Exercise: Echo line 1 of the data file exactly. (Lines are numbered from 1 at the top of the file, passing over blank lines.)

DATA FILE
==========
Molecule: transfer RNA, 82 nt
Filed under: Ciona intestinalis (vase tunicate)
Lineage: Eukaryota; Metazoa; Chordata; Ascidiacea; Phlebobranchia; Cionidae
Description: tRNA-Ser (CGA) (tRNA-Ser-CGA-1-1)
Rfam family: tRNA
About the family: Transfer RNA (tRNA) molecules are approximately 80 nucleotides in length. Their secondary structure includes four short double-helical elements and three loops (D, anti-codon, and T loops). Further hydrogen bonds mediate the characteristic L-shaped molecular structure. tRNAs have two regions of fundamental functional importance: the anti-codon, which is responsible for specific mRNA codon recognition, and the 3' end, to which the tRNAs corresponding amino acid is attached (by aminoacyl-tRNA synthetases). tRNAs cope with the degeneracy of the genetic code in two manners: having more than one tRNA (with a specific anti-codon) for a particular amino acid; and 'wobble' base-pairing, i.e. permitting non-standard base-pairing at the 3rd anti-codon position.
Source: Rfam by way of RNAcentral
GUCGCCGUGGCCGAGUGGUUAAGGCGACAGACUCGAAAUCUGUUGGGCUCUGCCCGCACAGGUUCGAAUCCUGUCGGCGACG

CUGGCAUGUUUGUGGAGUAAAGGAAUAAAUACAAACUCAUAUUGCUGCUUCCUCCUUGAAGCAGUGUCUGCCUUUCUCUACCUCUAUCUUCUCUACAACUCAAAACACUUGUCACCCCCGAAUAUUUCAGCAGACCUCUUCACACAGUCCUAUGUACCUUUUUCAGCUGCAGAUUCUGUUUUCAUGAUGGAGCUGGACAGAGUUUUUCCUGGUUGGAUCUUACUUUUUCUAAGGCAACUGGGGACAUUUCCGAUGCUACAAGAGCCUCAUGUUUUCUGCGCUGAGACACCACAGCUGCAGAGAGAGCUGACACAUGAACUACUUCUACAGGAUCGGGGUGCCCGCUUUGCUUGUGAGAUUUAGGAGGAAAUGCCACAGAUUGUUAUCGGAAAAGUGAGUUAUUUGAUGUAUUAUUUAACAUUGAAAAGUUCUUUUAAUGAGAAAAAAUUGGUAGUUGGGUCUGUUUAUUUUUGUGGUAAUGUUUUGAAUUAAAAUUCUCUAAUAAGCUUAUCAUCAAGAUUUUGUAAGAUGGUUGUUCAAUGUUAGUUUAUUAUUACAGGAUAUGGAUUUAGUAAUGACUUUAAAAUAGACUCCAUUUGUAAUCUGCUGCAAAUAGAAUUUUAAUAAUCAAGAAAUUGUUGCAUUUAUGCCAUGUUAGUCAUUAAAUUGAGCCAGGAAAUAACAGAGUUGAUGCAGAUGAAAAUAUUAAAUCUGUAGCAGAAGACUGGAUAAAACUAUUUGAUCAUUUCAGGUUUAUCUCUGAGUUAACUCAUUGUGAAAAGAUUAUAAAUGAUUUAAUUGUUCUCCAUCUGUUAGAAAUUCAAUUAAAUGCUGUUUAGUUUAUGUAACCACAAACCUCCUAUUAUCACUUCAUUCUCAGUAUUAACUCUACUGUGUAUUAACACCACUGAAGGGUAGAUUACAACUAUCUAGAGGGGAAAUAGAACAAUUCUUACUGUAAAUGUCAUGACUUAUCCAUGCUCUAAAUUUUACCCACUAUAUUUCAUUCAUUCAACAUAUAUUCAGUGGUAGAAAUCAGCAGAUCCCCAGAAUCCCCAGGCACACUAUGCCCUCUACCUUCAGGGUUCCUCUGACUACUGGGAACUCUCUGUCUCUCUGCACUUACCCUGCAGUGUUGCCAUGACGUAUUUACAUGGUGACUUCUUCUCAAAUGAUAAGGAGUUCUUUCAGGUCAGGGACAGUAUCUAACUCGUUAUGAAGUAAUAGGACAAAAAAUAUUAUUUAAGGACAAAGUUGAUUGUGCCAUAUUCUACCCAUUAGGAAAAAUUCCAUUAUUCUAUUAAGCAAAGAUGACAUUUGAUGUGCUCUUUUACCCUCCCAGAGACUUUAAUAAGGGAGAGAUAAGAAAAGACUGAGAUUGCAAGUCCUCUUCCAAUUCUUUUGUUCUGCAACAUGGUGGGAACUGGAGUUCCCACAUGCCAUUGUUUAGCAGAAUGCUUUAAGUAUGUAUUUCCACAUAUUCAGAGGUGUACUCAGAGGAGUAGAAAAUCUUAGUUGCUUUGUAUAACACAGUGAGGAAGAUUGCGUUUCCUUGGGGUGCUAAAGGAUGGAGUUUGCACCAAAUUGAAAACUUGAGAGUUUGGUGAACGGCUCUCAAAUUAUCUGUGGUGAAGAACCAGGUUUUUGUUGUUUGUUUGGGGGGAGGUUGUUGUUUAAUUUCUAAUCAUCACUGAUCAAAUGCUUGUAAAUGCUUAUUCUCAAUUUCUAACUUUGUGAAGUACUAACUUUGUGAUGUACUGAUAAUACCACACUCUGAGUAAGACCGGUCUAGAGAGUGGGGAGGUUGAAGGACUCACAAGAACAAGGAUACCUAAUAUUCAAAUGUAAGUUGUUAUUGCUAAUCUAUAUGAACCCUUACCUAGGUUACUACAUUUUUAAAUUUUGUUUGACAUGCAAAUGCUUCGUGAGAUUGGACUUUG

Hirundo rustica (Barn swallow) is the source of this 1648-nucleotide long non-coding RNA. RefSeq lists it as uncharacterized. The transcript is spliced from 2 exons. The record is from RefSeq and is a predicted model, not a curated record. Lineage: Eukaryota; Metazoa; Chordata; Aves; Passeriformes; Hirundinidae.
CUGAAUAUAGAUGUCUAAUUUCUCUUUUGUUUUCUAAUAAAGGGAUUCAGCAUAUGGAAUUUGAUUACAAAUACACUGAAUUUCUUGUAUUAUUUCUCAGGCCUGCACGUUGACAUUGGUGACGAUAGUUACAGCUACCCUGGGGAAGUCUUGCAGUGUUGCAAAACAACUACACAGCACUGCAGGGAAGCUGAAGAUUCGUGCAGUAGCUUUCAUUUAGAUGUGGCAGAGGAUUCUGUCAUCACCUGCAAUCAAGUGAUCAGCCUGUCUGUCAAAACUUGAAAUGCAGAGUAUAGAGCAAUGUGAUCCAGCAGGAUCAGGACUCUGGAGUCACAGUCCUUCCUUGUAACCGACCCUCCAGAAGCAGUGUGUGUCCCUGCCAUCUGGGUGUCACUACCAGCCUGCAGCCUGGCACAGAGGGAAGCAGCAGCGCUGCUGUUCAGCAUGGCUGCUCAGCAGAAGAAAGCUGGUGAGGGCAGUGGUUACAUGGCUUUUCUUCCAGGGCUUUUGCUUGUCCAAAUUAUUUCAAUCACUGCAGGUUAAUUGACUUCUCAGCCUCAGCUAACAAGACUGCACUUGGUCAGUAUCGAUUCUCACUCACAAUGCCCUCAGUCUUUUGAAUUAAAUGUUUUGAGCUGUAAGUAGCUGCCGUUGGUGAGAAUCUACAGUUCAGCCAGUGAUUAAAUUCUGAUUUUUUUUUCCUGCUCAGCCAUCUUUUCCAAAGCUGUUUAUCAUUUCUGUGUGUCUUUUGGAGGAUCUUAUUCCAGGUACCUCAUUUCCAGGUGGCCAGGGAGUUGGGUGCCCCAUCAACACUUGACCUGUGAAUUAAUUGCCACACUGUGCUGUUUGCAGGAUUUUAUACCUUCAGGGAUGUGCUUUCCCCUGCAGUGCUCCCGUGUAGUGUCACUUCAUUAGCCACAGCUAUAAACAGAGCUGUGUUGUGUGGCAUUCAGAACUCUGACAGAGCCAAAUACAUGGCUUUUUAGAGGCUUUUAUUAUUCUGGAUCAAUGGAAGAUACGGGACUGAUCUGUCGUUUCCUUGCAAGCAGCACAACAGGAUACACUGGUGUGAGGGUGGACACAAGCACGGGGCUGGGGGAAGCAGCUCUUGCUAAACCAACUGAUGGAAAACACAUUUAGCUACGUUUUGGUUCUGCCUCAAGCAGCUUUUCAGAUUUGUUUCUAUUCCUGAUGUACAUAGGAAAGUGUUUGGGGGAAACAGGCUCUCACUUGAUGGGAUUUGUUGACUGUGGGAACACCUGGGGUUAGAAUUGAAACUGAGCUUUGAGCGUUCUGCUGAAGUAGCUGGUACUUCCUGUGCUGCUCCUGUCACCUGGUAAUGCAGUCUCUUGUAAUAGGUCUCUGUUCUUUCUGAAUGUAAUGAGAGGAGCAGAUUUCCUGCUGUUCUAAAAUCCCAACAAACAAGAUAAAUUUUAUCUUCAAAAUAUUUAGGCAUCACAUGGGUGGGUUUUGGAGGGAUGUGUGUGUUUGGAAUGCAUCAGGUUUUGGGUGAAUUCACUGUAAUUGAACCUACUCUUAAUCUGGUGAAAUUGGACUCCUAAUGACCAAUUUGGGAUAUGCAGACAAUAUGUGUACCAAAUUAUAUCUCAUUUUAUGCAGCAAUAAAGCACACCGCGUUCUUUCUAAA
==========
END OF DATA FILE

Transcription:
Molecule: transfer RNA, 82 nt